http://www.koreaherald.com/national/Det ... 0623000599
Mom, two daughters stricken by mysterious lung disease
At 0:30 on Sunday morning, Jin-ju finally stopped breathing.
It was the 93rd day since the 15-month-old baby girl had been hospitalized with flu-like symptoms, which turned out to be an unidentified acute lung disease that has claimed the lives of four patients since May.
“I went to Busan (where she was hospitalized) upon hearing the news, had her cremated and came back,” Jeon Hyo-taek, the father, told The Korea Herald on Tuesday outside Asan Medical Center in Seoul. In Korea, when a baby that young dies, he or she is usually cremated without any funeral service.
Jeon, an army officer, was calm and showed little emotion as he spoke. But when he tried to show mobile phone pictures of his beloved girl, his hands trembled.
He will mourn for Jin-ju later, he said. Now, he has a wife and another daughter to care for.
In intensive care units here at Asan, his 32-year-old wife Baek Hyun-jung and 6-year-old daughter Ju-young are struggling for their lives. Both are battling the same mysterious disease that took Jin-ju’s life.
Jeon’s family is the first reported case in which members of the same family have caught the disease. In the past two months, eight patients have been confirmed stricken with the disease that causes severe scarring and thickening of lung tissue. Seven of them were expecting or recently gave birth. Four of them died.
“At first, we didn’t know what was happening,” Jeon said.
Jin-ju first developed the symptoms ― coughing and difficulty breathing ― around the middle of March. Soon after, her mother and Ju-young showed similar symptoms and were hospitalized at the same hospital with Jin-ju in Busan.
On June 7, the mom and older child were transferred to Asan, where other patients with the disease are receiving treatment. By that time, Jin-ju’s condition had deteriorated to a point where she wasn’t able to make the transfer.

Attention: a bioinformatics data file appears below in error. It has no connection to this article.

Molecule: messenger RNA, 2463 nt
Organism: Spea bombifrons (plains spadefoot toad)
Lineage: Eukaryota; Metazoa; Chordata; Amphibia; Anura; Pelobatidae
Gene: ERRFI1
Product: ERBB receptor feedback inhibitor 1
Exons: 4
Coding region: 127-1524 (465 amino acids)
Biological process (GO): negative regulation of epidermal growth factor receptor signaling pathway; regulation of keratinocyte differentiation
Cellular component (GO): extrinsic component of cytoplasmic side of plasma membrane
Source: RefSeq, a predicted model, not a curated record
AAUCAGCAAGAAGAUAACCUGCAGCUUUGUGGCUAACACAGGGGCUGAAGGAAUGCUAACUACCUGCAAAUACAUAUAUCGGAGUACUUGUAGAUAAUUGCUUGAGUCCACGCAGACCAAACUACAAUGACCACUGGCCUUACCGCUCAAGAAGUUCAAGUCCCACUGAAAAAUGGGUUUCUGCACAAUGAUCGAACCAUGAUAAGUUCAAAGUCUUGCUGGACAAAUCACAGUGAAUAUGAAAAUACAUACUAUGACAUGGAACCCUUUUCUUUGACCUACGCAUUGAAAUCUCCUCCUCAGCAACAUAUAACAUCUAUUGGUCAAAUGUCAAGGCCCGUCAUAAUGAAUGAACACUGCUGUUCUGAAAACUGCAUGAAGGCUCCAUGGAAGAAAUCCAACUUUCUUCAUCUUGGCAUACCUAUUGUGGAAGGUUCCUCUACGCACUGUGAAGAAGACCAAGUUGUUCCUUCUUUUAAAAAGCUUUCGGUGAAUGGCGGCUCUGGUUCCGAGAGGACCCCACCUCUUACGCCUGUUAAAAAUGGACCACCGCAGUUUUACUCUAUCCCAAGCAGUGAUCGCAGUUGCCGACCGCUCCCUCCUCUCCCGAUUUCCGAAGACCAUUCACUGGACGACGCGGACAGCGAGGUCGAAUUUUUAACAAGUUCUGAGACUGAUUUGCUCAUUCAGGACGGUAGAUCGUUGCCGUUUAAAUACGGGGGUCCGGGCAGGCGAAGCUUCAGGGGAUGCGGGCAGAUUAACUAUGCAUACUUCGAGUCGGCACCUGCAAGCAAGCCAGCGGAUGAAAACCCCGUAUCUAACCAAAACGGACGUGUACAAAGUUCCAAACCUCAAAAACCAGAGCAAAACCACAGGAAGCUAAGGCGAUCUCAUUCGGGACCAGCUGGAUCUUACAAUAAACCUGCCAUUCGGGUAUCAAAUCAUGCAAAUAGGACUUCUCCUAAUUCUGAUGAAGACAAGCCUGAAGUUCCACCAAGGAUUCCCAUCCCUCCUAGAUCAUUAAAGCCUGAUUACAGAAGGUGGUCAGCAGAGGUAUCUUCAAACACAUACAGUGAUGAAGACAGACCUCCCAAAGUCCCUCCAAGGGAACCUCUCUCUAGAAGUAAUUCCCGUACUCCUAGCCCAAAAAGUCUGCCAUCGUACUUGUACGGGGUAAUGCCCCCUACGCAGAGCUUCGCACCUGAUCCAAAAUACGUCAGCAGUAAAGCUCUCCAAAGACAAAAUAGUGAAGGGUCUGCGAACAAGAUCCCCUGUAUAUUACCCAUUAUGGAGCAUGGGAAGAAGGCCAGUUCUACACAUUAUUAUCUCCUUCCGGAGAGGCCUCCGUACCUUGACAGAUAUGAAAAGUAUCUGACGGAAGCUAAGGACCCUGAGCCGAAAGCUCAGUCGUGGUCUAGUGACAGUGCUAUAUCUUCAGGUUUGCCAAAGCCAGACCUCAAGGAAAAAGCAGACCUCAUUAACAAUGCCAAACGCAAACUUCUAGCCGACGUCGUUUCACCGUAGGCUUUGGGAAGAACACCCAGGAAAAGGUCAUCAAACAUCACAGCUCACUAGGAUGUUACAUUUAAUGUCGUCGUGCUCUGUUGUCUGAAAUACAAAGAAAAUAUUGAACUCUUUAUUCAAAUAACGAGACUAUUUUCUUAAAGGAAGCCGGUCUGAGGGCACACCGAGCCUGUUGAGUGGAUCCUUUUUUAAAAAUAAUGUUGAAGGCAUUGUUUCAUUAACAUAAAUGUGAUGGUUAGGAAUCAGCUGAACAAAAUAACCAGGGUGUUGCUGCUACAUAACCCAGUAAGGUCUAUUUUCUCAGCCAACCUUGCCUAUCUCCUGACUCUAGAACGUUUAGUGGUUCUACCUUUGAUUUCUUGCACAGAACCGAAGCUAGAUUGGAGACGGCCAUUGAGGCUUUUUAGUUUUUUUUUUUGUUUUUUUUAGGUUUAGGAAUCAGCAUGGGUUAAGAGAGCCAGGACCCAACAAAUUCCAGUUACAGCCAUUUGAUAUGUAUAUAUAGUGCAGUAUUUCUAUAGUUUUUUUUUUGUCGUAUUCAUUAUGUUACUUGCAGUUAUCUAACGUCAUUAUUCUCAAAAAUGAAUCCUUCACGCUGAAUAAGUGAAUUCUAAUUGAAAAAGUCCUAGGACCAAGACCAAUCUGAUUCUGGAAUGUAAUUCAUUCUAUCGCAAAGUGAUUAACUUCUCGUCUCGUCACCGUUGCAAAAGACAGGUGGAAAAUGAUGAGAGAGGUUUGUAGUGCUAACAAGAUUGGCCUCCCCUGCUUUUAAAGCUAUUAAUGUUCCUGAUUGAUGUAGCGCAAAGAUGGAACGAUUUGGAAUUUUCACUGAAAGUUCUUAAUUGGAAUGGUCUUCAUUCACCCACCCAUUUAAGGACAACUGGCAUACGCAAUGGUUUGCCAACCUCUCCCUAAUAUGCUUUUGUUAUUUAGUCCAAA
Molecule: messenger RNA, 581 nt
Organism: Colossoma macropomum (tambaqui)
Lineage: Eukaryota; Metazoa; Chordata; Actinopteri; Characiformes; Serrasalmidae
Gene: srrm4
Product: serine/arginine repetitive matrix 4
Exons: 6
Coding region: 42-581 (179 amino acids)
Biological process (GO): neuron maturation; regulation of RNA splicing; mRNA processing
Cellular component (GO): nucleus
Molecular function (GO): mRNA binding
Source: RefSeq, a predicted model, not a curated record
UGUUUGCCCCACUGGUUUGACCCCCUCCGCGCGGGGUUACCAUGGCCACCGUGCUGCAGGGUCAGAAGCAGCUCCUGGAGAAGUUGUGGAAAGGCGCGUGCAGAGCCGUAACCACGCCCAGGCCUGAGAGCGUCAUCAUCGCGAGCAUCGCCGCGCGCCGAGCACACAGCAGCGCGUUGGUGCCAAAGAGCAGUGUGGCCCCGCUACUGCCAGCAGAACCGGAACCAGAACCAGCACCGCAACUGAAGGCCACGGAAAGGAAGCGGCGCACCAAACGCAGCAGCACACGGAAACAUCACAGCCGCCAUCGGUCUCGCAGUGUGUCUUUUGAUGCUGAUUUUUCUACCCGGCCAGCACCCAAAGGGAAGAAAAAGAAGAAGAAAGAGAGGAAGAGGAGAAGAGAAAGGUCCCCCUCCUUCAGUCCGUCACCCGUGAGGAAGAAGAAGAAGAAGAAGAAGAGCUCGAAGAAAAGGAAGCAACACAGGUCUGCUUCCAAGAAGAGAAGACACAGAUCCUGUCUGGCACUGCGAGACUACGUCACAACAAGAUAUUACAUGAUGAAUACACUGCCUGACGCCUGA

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In a local journal of pediatrics, there were reports of 15 cases among children between March and June in 2006, and they were then categorized as “acute interstitial pneumonia.” Seven of the 15 died within two months after admission to hospital. More were reported in 2008, with a similarly high mortality rate.
Acute interstitial pneumonia typically causes rapid pulmonary fibrosis, or severe scarring and thickening of the lung tissue, but the cases mentioned above and the recent cases involved scarring of airway tissue as well, he explained.
“We need further study to determine whether it was the same disease,” he said.
The KCDC plans a longer-term study which may last more than three years, to investigate it.
If it were contagious, the disease should have been found in those with a weak immune system like the elderly, infants and chronic invalids, but there was no such case, the KCDC explained.The assurance, however, seems to be failing to allay the public fears as another suspected case of an outbreak within a family was reported.Last week, an expectant mom and her 3-year-old son were found to have contracted the disease, in what could be the second case of an outbreak among family members.